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Old 10-08-2016, 02:30 PM   #1
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1966 GMC Short School Bus questions

I'm looking at a 1966 GMC bus. Owner says it has a V6 Chevy engine that is locked up. What engine might that be and would it still be repairable? Or what type of replacement engine would swap in? The bus has a Superior 24-pass body. Is that a good body? I like the size of this bus (21 feet long). But wondering what problems confront me in having such an old bus and where I could park it. My HOA prohibits such vehicles. Lastly, the bus is still yellow which is illegal in my state, how do you paint a bus? Can I just brush-paint it. Thanks.
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Old 10-08-2016, 02:46 PM   #2
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I'm looking at a 1966 GMC bus. Owner says it has a V6 Chevy engine that is locked up. What engine might that be and would it still be repairable? Or what type of replacement engine would swap in? The bus has a Superior 24-pass body. Is that a good body? I like the size of this bus (21 feet long). But wondering what problems confront me in having such an old bus and where I could park it. My HOA prohibits such vehicles. Lastly, the bus is still yellow which is illegal in my state, how do you paint a bus? Can I just brush-paint it. Thanks.
Most of us are dealing with much newer machines.
Lots of the buses of that era had six cylinder gas engines. My buddy has a 66 Ford with an inline six. Also locked up. He uses it as a storage shed... We got it free from an OLD hippie.
The problems you'll run into are the same you'd run into restoring an old car. Everything rubber is usually GONE, every aspect has to be addressed, and lots of rust repair and bodywork.
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Old 10-08-2016, 03:58 PM   #3
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superiors liked to rust badly... superior went out of business in 1981 so parts are near impossible..

a locked motor.. anybody's guess if the block is destroyed or not.. often a locked engine is due to a spun main bering which destroys the bearing cavity in the block..

if its a chevy engone and a chevy bolt pattern you might be able to drop a 350 or a 454 in it.. alot of times the frame had the holes for the motor mounts for other engines already drilled.. if it was a nonstandard bolt pattern then the trans will be hard to mate to a new engine..

most HOA's dont like busses or RV's and have written rules against it.. I rent storage spots for mine and that worls out well... not sure how you would fair with an HOA and trying to swap a new engine into it..

most states prohibit yellow but im not reading of any people in this forum getting stopped for a yellow bus before they get it painted.. and some people's busses are yellow for a long time..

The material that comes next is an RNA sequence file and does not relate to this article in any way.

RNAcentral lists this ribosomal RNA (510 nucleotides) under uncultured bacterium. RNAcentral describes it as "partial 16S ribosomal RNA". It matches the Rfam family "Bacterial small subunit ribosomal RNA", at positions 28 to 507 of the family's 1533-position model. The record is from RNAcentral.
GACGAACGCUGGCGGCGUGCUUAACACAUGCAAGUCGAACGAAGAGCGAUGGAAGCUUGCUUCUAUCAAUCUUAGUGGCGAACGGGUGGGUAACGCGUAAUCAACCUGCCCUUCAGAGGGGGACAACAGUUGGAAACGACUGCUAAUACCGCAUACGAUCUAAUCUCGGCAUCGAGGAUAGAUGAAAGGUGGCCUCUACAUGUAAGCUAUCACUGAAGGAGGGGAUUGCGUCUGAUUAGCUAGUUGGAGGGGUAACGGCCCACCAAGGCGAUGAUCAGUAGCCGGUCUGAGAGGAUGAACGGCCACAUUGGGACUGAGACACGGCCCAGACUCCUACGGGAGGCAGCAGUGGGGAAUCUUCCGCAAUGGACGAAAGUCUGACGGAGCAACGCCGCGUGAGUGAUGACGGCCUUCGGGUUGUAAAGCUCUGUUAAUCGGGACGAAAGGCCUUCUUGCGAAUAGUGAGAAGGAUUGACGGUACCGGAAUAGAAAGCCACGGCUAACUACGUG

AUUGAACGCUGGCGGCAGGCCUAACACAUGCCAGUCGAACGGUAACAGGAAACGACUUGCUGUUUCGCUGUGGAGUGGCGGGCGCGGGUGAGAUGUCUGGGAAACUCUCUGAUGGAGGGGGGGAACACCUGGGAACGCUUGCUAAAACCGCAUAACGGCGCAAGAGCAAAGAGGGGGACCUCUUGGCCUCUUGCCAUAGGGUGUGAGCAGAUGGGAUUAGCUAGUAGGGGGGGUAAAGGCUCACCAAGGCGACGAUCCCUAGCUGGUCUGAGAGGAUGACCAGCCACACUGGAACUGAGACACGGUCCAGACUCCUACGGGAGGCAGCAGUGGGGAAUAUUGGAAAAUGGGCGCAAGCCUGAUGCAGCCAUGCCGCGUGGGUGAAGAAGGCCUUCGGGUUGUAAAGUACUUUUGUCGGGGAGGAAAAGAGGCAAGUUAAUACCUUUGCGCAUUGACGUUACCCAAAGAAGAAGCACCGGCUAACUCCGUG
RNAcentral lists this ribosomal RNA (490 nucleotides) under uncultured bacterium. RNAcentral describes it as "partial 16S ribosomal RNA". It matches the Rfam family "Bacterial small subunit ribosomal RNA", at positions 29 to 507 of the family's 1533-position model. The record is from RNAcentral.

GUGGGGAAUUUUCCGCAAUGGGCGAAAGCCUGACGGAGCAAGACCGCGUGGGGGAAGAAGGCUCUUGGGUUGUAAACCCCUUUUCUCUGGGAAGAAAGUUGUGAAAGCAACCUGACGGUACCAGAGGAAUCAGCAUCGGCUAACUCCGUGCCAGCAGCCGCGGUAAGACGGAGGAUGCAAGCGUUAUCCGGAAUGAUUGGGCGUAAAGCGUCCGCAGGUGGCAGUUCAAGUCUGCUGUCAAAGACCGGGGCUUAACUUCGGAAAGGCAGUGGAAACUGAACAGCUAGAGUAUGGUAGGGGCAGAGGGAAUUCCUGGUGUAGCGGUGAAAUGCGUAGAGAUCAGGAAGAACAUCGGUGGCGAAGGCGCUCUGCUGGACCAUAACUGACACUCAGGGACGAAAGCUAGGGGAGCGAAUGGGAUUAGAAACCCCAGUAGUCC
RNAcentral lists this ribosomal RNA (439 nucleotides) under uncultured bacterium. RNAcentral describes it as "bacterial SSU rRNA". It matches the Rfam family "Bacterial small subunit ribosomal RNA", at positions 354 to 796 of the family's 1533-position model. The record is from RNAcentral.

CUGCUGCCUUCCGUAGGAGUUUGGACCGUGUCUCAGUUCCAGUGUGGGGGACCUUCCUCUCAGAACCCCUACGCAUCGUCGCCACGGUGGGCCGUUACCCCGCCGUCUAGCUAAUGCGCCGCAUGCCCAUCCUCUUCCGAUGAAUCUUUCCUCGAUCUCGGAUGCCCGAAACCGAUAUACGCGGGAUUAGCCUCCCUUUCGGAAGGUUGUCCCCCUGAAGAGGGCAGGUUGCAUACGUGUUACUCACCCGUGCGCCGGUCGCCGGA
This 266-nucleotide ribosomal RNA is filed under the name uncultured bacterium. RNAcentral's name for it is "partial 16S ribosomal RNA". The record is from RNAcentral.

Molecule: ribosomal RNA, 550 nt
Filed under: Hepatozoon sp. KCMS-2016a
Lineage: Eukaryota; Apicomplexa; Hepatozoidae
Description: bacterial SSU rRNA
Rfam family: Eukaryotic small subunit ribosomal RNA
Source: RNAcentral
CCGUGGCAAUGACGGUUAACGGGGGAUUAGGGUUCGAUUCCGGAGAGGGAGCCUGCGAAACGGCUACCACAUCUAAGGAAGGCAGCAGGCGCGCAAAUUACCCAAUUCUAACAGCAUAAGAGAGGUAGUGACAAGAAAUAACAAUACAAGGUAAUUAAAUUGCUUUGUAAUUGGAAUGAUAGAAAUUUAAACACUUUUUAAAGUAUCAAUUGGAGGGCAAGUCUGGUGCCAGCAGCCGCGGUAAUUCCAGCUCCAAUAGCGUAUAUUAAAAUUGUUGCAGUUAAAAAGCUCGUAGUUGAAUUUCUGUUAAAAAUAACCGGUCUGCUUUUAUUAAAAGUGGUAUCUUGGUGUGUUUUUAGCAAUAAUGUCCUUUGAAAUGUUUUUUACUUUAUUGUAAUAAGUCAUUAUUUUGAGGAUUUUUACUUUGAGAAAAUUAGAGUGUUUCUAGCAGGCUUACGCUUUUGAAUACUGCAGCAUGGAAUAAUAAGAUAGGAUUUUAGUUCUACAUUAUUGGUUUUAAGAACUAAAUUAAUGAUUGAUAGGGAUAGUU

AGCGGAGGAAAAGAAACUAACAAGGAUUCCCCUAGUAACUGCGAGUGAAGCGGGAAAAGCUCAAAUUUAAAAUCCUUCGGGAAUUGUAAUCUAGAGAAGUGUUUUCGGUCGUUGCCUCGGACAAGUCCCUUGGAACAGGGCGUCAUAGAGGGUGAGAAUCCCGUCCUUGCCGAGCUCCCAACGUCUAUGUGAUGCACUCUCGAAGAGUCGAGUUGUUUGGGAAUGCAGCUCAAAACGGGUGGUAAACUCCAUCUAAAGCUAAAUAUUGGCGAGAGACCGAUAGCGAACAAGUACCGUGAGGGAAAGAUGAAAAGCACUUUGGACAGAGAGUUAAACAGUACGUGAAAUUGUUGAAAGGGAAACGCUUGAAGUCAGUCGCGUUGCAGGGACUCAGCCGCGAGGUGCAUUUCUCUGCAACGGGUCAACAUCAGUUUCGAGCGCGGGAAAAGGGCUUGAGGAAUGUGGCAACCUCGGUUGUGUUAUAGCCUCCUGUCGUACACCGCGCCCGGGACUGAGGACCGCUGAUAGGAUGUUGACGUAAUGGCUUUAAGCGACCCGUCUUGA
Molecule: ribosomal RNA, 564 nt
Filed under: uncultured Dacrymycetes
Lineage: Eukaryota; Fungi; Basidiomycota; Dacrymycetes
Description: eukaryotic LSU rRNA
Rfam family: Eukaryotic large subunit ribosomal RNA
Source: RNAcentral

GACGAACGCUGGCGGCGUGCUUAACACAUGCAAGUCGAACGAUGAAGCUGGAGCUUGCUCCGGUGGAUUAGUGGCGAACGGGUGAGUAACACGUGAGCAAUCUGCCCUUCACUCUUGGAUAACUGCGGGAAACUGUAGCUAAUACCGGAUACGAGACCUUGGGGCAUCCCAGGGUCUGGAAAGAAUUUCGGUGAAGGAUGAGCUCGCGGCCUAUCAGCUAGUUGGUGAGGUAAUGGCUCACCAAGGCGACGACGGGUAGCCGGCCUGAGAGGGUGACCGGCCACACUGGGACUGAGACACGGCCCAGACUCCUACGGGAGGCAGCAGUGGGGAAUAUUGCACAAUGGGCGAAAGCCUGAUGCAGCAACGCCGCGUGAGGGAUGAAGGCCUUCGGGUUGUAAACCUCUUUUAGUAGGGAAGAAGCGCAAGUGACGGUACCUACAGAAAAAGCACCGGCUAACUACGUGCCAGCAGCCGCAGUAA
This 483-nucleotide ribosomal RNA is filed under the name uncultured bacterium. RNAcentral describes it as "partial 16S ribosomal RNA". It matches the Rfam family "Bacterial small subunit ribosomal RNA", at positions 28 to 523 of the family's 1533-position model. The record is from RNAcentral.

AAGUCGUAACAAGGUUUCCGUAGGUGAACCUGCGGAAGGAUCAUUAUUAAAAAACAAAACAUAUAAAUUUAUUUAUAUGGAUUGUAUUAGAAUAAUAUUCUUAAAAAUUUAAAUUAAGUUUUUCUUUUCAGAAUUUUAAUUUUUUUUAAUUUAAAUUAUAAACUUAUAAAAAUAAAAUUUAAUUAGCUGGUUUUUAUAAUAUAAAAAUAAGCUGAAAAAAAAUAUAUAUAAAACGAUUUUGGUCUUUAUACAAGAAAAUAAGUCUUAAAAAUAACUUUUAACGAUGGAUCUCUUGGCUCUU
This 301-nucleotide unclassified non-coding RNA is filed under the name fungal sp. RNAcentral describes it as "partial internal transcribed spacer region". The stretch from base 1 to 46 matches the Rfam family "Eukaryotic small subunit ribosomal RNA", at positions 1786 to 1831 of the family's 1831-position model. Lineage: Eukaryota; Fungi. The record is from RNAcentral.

-Christopher
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Old 10-08-2016, 04:19 PM   #4
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For the price of the engine repairs a good running bus could easily be found.

Good luck!
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Old 10-08-2016, 04:38 PM   #5
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unless he is like me and seems to always have engines on stands built and ready in the garage with nothing to run them in lol

-Christopher
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Old 10-08-2016, 05:55 PM   #6
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unless he is like me and seems to always have engines on stands built and ready in the garage with nothing to run them in lol

-Christopher
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Old 10-08-2016, 09:05 PM   #7
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Originally Posted by Gazolba View Post
I'm looking at a 1966 GMC bus. Owner says it has a V6 Chevy engine that is locked up. What engine might that be and would it still be repairable? Or what type of replacement engine would swap in? The bus has a Superior 24-pass body. Is that a good body? I like the size of this bus (21 feet long). But wondering what problems confront me in having such an old bus and where I could park it. My HOA prohibits such vehicles. Lastly, the bus is still yellow which is illegal in my state, how do you paint a bus? Can I just brush-paint it. Thanks.
That's *Probably* the old 305 V6 engine (or one of it's brothers). Not one of GM's best engines, and these days, darn near impossible to find parts for. Sure, parts exist, but if/when you break down in the middle of nowhere, you'll be on the roadside for a few days awaiting parts. That said, it is my understanding any of the usual V8 engines will bolt right in its place. You can consider a typical 350 or one of the truck/bus 366 engines.

I won't get into your HOA issues, as far as paint, sure, it's not uncommon to brush paint a bus.
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Old 10-08-2016, 09:53 PM   #8
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an RV-Cammed 350 will run that bus right dwn the road.. keep in mind though you wither need to trust and buy a used one, buy a crate motoe or build one... and an intake and a carb, distributor.. have exhaust made for it etc..

its likely not a cheap endeavor..
-Christopher
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Old 10-09-2016, 03:33 AM   #9
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I would agree it most likely is the big block 60* V-6 from GMC.

If it is, it will have the spark plugs in the valley between the intake runners. They came in 305, 351, 379, 401, and 478 cubic inches. The 304 was usually found in GMC light duty trucks with the larger ones going into medium duty trucks and buses.

The diesel version of this engine was known as the Toroflow. The only difference was instead of spark plugs, distributor, and a carb it had injectors and a Bosch distributor style injection pump. As bad as the gas engines were, the diesel version was even worse.

If it is one of those engines take it out and use it as an anchor.

On their best day they never could get balanced correctly and would shake themselves to pieces. They tended to run hot so cooling was an issue. They were designed with the V in order to get good high end HP of a V-8 and a long stroke to get good low end torque like an I-6. Unfortunately it didn't have either. The power band was extremely narrow. Running it faster really didn't get you going faster but it did make a lot more noise doing it. Lugging it down very far and it would just quit. On the downhill you had to watch your manifold vacuum or you risked the chance of sucking out the head gaskets. To top it all off it was a very thirsty engine.

A perfect swap candidate would be a Tonawanda 366 high deck big block GM truck engine. The 454 would not be a good candidate for a swap. A small block on paper looks really good but in a bus it just doesn't have enough torque and HP. It is sort of like the difference between a 5.9L/ISB and an 8.3L/ISC--not a big difference on paper but a huge difference out on the road.